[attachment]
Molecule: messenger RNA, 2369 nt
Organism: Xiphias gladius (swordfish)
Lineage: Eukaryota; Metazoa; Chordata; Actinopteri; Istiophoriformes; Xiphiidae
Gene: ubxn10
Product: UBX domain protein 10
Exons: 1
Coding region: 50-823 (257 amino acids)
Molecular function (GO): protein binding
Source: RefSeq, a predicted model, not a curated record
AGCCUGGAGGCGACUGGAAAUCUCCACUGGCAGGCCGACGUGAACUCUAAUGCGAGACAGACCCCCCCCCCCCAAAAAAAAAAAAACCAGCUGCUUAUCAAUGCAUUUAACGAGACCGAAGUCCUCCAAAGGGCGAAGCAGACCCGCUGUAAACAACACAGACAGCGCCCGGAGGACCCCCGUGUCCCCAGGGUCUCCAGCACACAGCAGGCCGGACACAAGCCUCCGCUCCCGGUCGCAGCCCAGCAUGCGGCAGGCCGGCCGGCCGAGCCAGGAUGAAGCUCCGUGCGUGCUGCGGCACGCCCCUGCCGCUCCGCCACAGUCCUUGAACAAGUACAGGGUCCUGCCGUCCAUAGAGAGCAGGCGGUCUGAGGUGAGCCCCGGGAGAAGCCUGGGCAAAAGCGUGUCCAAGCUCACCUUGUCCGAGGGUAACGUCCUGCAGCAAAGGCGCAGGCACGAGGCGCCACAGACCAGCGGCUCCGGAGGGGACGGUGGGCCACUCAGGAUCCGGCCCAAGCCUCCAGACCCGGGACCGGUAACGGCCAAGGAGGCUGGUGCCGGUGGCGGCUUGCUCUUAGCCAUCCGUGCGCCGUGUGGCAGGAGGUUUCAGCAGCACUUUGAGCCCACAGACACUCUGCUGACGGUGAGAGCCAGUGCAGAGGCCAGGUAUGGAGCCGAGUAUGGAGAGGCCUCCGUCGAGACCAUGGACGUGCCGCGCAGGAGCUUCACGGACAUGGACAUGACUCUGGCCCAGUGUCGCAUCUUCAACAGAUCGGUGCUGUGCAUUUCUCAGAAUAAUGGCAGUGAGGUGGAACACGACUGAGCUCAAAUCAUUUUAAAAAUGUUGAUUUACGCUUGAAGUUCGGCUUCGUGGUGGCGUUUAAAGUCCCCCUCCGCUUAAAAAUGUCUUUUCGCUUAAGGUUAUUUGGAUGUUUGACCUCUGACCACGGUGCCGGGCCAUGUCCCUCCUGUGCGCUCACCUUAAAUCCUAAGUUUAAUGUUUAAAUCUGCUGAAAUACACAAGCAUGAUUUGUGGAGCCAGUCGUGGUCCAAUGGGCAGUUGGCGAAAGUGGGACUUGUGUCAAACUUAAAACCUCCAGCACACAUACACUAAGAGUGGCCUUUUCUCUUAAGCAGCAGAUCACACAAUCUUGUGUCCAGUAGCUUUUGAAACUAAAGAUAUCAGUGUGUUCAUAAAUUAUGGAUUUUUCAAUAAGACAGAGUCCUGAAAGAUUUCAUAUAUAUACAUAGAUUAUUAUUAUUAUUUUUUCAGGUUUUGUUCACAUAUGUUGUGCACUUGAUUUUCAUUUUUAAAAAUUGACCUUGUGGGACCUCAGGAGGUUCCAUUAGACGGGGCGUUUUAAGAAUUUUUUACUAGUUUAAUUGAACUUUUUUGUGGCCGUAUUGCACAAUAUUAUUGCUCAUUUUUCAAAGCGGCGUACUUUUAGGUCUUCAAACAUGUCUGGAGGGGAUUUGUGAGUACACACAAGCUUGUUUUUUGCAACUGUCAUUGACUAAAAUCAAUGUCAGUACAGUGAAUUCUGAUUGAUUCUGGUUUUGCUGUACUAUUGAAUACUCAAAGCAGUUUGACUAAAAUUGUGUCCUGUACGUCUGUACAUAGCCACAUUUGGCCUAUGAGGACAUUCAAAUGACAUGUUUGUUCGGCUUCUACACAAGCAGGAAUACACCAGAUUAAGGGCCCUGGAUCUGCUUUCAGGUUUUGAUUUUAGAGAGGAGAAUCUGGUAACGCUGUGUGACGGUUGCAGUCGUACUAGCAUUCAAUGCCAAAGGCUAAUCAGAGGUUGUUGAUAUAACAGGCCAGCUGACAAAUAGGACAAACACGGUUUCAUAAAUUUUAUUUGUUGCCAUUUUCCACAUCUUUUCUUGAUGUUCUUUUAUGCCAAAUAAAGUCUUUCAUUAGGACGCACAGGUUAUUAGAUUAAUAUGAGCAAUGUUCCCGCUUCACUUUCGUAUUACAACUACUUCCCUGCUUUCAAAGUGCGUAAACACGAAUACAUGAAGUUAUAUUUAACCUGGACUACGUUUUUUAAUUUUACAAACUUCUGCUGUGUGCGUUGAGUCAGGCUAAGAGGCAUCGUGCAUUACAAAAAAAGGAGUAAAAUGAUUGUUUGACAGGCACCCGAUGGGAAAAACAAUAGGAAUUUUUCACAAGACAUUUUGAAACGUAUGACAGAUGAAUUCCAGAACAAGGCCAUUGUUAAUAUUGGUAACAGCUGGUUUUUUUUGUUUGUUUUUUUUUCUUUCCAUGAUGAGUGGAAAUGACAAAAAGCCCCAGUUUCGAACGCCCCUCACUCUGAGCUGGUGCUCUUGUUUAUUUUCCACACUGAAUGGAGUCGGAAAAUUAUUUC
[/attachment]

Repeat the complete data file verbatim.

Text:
Molecule: messenger RNA, 2369 nt
Organism: Xiphias gladius (swordfish)
Lineage: Eukaryota; Metazoa; Chordata; Actinopteri; Istiophoriformes; Xiphiidae
Gene: ubxn10
Product: UBX domain protein 10
Exons: 1
Coding region: 50-823 (257 amino acids)
Molecular function (GO): protein binding
Source: RefSeq, a predicted model, not a curated record
AGCCUGGAGGCGACUGGAAAUCUCCACUGGCAGGCCGACGUGAACUCUAAUGCGAGACAGACCCCCCCCCCCCAAAAAAAAAAAAACCAGCUGCUUAUCAAUGCAUUUAACGAGACCGAAGUCCUCCAAAGGGCGAAGCAGACCCGCUGUAAACAACACAGACAGCGCCCGGAGGACCCCCGUGUCCCCAGGGUCUCCAGCACACAGCAGGCCGGACACAAGCCUCCGCUCCCGGUCGCAGCCCAGCAUGCGGCAGGCCGGCCGGCCGAGCCAGGAUGAAGCUCCGUGCGUGCUGCGGCACGCCCCUGCCGCUCCGCCACAGUCCUUGAACAAGUACAGGGUCCUGCCGUCCAUAGAGAGCAGGCGGUCUGAGGUGAGCCCCGGGAGAAGCCUGGGCAAAAGCGUGUCCAAGCUCACCUUGUCCGAGGGUAACGUCCUGCAGCAAAGGCGCAGGCACGAGGCGCCACAGACCAGCGGCUCCGGAGGGGACGGUGGGCCACUCAGGAUCCGGCCCAAGCCUCCAGACCCGGGACCGGUAACGGCCAAGGAGGCUGGUGCCGGUGGCGGCUUGCUCUUAGCCAUCCGUGCGCCGUGUGGCAGGAGGUUUCAGCAGCACUUUGAGCCCACAGACACUCUGCUGACGGUGAGAGCCAGUGCAGAGGCCAGGUAUGGAGCCGAGUAUGGAGAGGCCUCCGUCGAGACCAUGGACGUGCCGCGCAGGAGCUUCACGGACAUGGACAUGACUCUGGCCCAGUGUCGCAUCUUCAACAGAUCGGUGCUGUGCAUUUCUCAGAAUAAUGGCAGUGAGGUGGAACACGACUGAGCUCAAAUCAUUUUAAAAAUGUUGAUUUACGCUUGAAGUUCGGCUUCGUGGUGGCGUUUAAAGUCCCCCUCCGCUUAAAAAUGUCUUUUCGCUUAAGGUUAUUUGGAUGUUUGACCUCUGACCACGGUGCCGGGCCAUGUCCCUCCUGUGCGCUCACCUUAAAUCCUAAGUUUAAUGUUUAAAUCUGCUGAAAUACACAAGCAUGAUUUGUGGAGCCAGUCGUGGUCCAAUGGGCAGUUGGCGAAAGUGGGACUUGUGUCAAACUUAAAACCUCCAGCACACAUACACUAAGAGUGGCCUUUUCUCUUAAGCAGCAGAUCACACAAUCUUGUGUCCAGUAGCUUUUGAAACUAAAGAUAUCAGUGUGUUCAUAAAUUAUGGAUUUUUCAAUAAGACAGAGUCCUGAAAGAUUUCAUAUAUAUACAUAGAUUAUUAUUAUUAUUUUUUCAGGUUUUGUUCACAUAUGUUGUGCACUUGAUUUUCAUUUUUAAAAAUUGACCUUGUGGGACCUCAGGAGGUUCCAUUAGACGGGGCGUUUUAAGAAUUUUUUACUAGUUUAAUUGAACUUUUUUGUGGCCGUAUUGCACAAUAUUAUUGCUCAUUUUUCAAAGCGGCGUACUUUUAGGUCUUCAAACAUGUCUGGAGGGGAUUUGUGAGUACACACAAGCUUGUUUUUUGCAACUGUCAUUGACUAAAAUCAAUGUCAGUACAGUGAAUUCUGAUUGAUUCUGGUUUUGCUGUACUAUUGAAUACUCAAAGCAGUUUGACUAAAAUUGUGUCCUGUACGUCUGUACAUAGCCACAUUUGGCCUAUGAGGACAUUCAAAUGACAUGUUUGUUCGGCUUCUACACAAGCAGGAAUACACCAGAUUAAGGGCCCUGGAUCUGCUUUCAGGUUUUGAUUUUAGAGAGGAGAAUCUGGUAACGCUGUGUGACGGUUGCAGUCGUACUAGCAUUCAAUGCCAAAGGCUAAUCAGAGGUUGUUGAUAUAACAGGCCAGCUGACAAAUAGGACAAACACGGUUUCAUAAAUUUUAUUUGUUGCCAUUUUCCACAUCUUUUCUUGAUGUUCUUUUAUGCCAAAUAAAGUCUUUCAUUAGGACGCACAGGUUAUUAGAUUAAUAUGAGCAAUGUUCCCGCUUCACUUUCGUAUUACAACUACUUCCCUGCUUUCAAAGUGCGUAAACACGAAUACAUGAAGUUAUAUUUAACCUGGACUACGUUUUUUAAUUUUACAAACUUCUGCUGUGUGCGUUGAGUCAGGCUAAGAGGCAUCGUGCAUUACAAAAAAAGGAGUAAAAUGAUUGUUUGACAGGCACCCGAUGGGAAAAACAAUAGGAAUUUUUCACAAGACAUUUUGAAACGUAUGACAGAUGAAUUCCAGAACAAGGCCAUUGUUAAUAUUGGUAACAGCUGGUUUUUUUUGUUUGUUUUUUUUUCUUUCCAUGAUGAGUGGAAAUGACAAAAAGCCCCAGUUUCGAACGCCCCUCACUCUGAGCUGGUGCUCUUGUUUAUUUUCCACACUGAAUGGAGUCGGAAAAUUAUUUC